Film von William Kennedy-Laurie Dickson (Foto: British Film Institute)

The Victorians on the Big Screen: Filme der British Mutoscope and Biograph Company (1896–1902)

Regie: William Kennedy-Laurie Dickson u.a. DCP (von 68mm), sw, 85 min
 
Die Filme im Detail:

Introducing the Mutoscope and Biograph
The Wonderful Mutoscope (1900) / American Biograph at the Palace (1899) / The American Biograph in Circus O. Carré (1898)
 
Victorian Life
Me and My Two Friends (1898) / Launch of the Worthing Lifeboat (1898) / Pelicans at the Zoo (1898) / Australian Cricket Tourists of 1899 (1899) / Oxford and Cambridge Boat Race (1899) / Iron Foundry Workers (1900) / Launch of the Oceania (1899) / The Lane on Sunday (1899) / Henley Regatta (1901)
 
Queen Victoria, royals and other celebrities
Queen Victoria's Diamond Jubilee Taken from Apsley (1897) / Afternoon Tea in the Garden at Clarence House (1897) / Pope Leo XIII Carried through the Vatican Loggia on His Way to the Sistine Chapel (1898) / Her Majesty the Queen Arriving at South Kensington (1899) / King Edward's Arrival at Helsingor (1901)
 
England Expects ...
Charge of the Carabineers, Aldershot (1898) / Warships at Sunset (1900) / Four Warships in Rough Seas (1900) / Battleship Odin firing all her Guns (1900)
 
The Biograph in Battle
Repairing the Broken Bridge at Frere (1899) / Rifle Hill Signal Station near Frere Camp (1899) / Naval Guns Firing at Colenso (1899) / Battle of Spion Kop: Ambulance Corps Crossing the Tugela River (1900) / Gordon Highlanders in Ladysmith (1900) / Ladysmith – Naval Brigade Dragging 4.7 Guns into Ladysmith (1900)
 
Ad Break
Rudge-Whitworth – Britain's Best Bicycle (1901/2) / Spirit of His Forefathers (1900)
 
Up for a Laugh
Herbert Campbell as Little Bobby (1899) / Kissing Couple Caught by a Photographer (1898) / The Barber Saw the Joke (1900) / Agoust Family of Jugglers (1898)
 
The Victorian Stage
King John (1899) / He and She (1898) / Zola-Rochefort Duel (1898) / Biche au Bois (1896)
 
Let's Go For a Ride
Prestwych Platform (c. 1900) / Menai Bridge – The Irish Day Mail from Euston Entering the Tubular Bridge over the Menai Straits (1898) / Conway Castle – panoramic view of Conway on the L.& N.W. Railway (1898) / Irish Mail – L.& N.W. Railway – Taking up Water at Full Speed (1898) / Through Miller's Dale (Near Buxton, Derbyshire) Midland Railway (1898) / Tram Journey through Southampton (1900) / Waves Breaking (1896) / Vienna Street Scenes (1896) / Panoramic View of the Vegetable Market at Venice (1898) / Grand Canal Venice (1898) / Feeding the Pigeons in Saint Mark's Square, Venice (1898) / Neapolitan Dance at the Ancient Forum of Pompeii (1898) / Panorama of Grand Harbour, Malta, Showing Battleships (1901) / Georgetown Loop (1901)

Bereits in den frühen Kinojahren wurden fast alle Möglichkeiten des neuen Mediums erforscht: Der Großformatfilm – um ein vierfaches größer als das damals übliche 35mm – erstaunte das Publikum mit der Tiefe und Klarheit der neuen Laufbilder. Wie bei so vielen obsoleten Technologien ging die Mehrheit dieser erstaunlichen Werke verloren, aber die glücklichen "Überlebenden" aus den Beständen des British Film Institute und des EYE Filmmuseum wurden digital restauriert (in 8K) und vom BFI im Oktober 2018 erstmals wieder präsentiert – auf einer IMAX-Leinwand. Es handelt sich dabei um die 68mm-Werke der British Mutoscope and Biograph Company, wo der eben von seiner Zusammenarbeit mit Thomas Edison aus den USA zurückgekehrte Ingenieur William Kennedy-Laurie Dickson als kreativer Kopf wirkte. Seine Bilder der viktorianischen Welt – von Queen Victoria und offiziellen Großereignissen über das pulsierende Stadtleben und kleine menschliche Vignetten bis zu raren Fragmenten aus dem Burenkrieg und erstaunlichen Naturaufnahmen bieten eine einzigartige Möglichkeit, sich tief in eine vergangenen Epoche zu versenken.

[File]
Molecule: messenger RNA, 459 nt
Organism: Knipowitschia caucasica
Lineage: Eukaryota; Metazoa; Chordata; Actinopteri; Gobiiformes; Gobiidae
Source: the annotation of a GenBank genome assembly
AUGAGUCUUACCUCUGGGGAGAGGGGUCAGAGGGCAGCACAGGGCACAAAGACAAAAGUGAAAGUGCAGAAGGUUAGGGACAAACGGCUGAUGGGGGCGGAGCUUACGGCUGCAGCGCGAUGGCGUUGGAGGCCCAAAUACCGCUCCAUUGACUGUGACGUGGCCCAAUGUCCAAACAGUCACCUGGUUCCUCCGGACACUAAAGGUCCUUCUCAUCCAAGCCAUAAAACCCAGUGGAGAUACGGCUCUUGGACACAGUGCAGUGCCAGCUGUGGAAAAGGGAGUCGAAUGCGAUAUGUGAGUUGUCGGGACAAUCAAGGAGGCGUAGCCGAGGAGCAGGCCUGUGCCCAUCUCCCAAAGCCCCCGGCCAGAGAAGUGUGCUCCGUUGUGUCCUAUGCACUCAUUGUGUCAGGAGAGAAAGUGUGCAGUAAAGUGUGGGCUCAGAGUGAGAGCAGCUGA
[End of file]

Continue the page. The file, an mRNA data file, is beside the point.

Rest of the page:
In Anwesenheit von Bryony Dixon (British Film Institute)
 
Am Klavier: Elaine Loebenstein
 
Courtesy of BFI


Story from the archive: The bold experimenters at the dawn of the moving picture revolution were quick to explore all the possibilities of the new medium. The large-format film was one way to astound audiences with the depth and clarity of the new moving images as they were projected onto a massive screen. Since they were first shown, these large-format films have been in the wars – mostly lost, as obsolete technologies tend to be, while the lucky survivors have invariably lost frames with the ravages of time. But now the survivors have been digitally restored (in 8K) and presented on an IMAX screen in October 2018. The majority of these films were made by the British Mutoscope and Biograph Company, whose chief technician, cameraman and creative spirit was William Kennedy-Laurie Dickson, who joined the company upon his return from America, where he had been working with Edison. The films record the events of the Victorian calendar, from thrilling sporting events to grand military parades, and more extraordinary events, such as the Boer War. Today, as a new revolution in the art and technology of moving images is again transforming the way we see the world, it’s a good moment to reflect on how the first film audiences saw their own world projected on a big screen.

Screening dates: